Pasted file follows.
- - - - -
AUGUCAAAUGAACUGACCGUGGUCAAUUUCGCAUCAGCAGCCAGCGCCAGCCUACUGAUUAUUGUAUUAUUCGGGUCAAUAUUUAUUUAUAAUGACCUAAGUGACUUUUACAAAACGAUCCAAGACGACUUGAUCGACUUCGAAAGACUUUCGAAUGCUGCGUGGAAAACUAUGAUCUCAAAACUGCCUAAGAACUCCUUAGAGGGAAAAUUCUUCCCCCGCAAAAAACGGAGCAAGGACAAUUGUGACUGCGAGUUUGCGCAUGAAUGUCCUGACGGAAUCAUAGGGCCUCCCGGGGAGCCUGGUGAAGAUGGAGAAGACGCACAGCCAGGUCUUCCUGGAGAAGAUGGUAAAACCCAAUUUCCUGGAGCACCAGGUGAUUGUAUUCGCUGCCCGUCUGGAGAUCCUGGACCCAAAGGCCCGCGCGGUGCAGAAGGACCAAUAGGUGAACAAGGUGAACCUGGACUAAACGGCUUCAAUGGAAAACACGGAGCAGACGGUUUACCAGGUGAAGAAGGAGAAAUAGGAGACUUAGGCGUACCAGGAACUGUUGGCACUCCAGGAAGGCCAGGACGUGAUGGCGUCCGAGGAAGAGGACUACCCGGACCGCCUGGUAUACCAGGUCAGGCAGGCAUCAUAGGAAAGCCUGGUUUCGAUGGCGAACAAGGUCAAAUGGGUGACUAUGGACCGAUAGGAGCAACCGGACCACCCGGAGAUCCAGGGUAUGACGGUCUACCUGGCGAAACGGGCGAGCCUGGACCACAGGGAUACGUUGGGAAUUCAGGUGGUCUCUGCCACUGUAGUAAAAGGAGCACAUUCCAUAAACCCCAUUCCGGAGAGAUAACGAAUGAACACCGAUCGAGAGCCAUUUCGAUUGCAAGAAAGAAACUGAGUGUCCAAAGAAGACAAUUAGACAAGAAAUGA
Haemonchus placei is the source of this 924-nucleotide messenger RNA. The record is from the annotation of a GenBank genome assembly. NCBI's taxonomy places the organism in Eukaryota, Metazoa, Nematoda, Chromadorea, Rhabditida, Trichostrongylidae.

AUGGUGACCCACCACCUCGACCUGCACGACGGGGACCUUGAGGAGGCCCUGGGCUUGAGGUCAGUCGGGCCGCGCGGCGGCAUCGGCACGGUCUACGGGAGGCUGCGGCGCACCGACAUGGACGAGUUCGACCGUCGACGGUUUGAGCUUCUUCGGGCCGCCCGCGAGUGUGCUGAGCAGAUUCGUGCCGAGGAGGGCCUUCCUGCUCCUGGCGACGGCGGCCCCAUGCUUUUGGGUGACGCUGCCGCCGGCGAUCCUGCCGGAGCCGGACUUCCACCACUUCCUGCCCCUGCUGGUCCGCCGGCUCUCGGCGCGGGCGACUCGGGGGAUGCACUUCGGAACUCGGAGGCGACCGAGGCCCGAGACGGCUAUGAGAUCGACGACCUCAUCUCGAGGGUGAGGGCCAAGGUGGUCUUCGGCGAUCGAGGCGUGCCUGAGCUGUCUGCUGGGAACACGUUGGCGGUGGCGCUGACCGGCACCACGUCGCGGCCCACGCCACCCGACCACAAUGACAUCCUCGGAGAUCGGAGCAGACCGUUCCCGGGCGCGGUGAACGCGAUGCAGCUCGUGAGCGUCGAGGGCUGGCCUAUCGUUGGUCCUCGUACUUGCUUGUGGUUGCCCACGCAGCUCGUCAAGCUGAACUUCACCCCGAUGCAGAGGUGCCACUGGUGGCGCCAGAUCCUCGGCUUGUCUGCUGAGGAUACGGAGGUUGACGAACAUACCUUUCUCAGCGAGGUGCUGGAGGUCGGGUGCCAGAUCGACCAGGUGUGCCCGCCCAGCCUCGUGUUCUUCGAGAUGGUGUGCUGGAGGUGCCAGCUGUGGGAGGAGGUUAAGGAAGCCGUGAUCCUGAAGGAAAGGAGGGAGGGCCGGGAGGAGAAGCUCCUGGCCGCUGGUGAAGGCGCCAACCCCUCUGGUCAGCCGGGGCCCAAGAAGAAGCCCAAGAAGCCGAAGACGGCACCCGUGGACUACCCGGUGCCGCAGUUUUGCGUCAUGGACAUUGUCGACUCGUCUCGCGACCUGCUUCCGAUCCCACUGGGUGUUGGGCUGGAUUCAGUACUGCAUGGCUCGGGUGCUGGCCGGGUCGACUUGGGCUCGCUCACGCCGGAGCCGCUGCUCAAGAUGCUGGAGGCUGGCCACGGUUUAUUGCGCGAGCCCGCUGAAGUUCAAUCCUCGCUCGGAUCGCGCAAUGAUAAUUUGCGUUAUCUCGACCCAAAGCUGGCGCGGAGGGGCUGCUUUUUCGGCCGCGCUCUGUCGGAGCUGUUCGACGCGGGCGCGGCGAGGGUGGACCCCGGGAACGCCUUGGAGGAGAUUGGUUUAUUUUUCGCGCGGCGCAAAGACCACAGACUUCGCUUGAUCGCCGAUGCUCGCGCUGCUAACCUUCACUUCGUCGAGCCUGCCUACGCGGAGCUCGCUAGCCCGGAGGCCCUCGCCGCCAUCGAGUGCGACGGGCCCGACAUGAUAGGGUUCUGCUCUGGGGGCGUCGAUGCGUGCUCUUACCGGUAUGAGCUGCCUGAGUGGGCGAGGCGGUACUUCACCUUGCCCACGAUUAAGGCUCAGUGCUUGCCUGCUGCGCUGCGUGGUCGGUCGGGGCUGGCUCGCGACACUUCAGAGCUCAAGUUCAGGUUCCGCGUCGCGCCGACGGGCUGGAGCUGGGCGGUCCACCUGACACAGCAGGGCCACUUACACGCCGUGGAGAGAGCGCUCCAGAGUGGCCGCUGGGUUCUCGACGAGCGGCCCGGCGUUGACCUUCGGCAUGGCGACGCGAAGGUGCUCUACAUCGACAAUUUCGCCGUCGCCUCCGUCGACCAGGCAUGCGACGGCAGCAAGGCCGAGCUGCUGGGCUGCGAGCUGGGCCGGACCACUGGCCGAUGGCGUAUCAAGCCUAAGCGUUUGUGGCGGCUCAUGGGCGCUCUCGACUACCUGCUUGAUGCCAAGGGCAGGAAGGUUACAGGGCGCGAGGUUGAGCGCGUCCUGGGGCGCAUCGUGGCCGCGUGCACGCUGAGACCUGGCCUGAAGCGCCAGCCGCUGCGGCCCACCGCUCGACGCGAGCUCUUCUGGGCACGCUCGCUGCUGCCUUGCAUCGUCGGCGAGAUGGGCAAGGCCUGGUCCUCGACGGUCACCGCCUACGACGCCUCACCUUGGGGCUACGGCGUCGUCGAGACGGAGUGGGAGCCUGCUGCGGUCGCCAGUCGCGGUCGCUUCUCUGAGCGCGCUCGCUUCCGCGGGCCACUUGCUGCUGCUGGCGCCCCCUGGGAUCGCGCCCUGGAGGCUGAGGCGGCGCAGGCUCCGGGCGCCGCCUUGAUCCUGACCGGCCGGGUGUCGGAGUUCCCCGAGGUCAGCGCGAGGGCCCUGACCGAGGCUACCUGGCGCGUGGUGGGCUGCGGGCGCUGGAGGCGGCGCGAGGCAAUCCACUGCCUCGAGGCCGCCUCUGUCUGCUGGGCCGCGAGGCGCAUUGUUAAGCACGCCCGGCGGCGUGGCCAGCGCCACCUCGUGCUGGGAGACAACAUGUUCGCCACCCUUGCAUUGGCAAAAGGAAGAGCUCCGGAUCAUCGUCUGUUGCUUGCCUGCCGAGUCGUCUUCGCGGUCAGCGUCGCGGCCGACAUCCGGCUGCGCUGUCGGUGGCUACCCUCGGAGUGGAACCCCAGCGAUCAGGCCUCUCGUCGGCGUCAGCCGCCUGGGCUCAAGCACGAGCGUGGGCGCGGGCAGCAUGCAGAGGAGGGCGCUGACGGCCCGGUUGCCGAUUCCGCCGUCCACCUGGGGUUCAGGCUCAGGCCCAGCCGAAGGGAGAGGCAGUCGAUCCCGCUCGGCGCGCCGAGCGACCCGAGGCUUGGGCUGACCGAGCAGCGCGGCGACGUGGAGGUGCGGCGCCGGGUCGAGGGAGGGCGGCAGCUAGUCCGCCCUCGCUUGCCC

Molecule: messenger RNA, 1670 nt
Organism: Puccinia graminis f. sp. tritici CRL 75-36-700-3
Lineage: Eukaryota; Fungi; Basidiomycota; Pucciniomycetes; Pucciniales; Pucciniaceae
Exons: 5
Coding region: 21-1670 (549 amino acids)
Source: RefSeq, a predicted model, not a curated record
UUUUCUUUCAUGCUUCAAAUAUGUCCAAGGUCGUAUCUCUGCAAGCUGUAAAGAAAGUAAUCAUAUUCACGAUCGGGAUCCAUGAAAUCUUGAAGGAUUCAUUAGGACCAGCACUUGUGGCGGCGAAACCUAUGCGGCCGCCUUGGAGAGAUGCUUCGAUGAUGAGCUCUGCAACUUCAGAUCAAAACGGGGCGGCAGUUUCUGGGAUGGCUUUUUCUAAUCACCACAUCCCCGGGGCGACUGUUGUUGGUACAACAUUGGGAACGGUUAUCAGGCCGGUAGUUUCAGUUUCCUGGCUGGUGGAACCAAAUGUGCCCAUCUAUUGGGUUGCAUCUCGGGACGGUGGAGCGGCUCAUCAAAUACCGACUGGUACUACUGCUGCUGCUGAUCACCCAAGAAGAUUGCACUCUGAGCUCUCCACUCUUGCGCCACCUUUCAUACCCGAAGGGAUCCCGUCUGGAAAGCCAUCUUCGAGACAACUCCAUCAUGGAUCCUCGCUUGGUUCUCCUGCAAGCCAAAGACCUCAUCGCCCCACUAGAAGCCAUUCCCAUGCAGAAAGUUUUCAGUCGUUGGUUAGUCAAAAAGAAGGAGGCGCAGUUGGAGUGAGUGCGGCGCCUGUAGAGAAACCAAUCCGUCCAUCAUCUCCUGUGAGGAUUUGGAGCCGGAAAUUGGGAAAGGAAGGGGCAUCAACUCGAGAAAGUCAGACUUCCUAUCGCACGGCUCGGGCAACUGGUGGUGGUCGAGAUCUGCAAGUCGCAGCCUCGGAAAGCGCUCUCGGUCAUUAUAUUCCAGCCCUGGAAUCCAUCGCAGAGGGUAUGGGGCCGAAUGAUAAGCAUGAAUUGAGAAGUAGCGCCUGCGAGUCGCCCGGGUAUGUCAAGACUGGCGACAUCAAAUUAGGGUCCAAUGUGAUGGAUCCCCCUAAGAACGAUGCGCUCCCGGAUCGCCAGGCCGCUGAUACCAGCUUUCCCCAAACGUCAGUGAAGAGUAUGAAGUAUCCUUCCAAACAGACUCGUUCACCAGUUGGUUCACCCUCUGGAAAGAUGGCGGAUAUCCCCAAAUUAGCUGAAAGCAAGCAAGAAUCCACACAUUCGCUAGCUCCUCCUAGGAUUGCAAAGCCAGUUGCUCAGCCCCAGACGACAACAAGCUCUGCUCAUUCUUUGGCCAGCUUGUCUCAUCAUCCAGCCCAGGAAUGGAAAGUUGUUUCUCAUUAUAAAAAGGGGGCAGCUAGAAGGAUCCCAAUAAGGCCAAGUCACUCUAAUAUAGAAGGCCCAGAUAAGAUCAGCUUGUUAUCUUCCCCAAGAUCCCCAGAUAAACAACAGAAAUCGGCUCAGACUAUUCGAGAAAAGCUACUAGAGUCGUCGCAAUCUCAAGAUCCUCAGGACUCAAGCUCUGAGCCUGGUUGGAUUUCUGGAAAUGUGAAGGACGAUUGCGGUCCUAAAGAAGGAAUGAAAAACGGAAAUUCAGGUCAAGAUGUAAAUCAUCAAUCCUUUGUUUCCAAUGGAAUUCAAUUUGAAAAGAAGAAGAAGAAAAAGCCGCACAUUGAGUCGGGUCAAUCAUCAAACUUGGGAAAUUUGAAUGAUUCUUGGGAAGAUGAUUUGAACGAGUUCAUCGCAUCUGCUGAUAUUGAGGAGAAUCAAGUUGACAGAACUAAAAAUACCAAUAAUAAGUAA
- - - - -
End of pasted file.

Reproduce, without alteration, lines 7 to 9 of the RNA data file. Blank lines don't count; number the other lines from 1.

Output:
Exons: 5
Coding region: 21-1670 (549 amino acids)
Source: RefSeq, a predicted model, not a curated record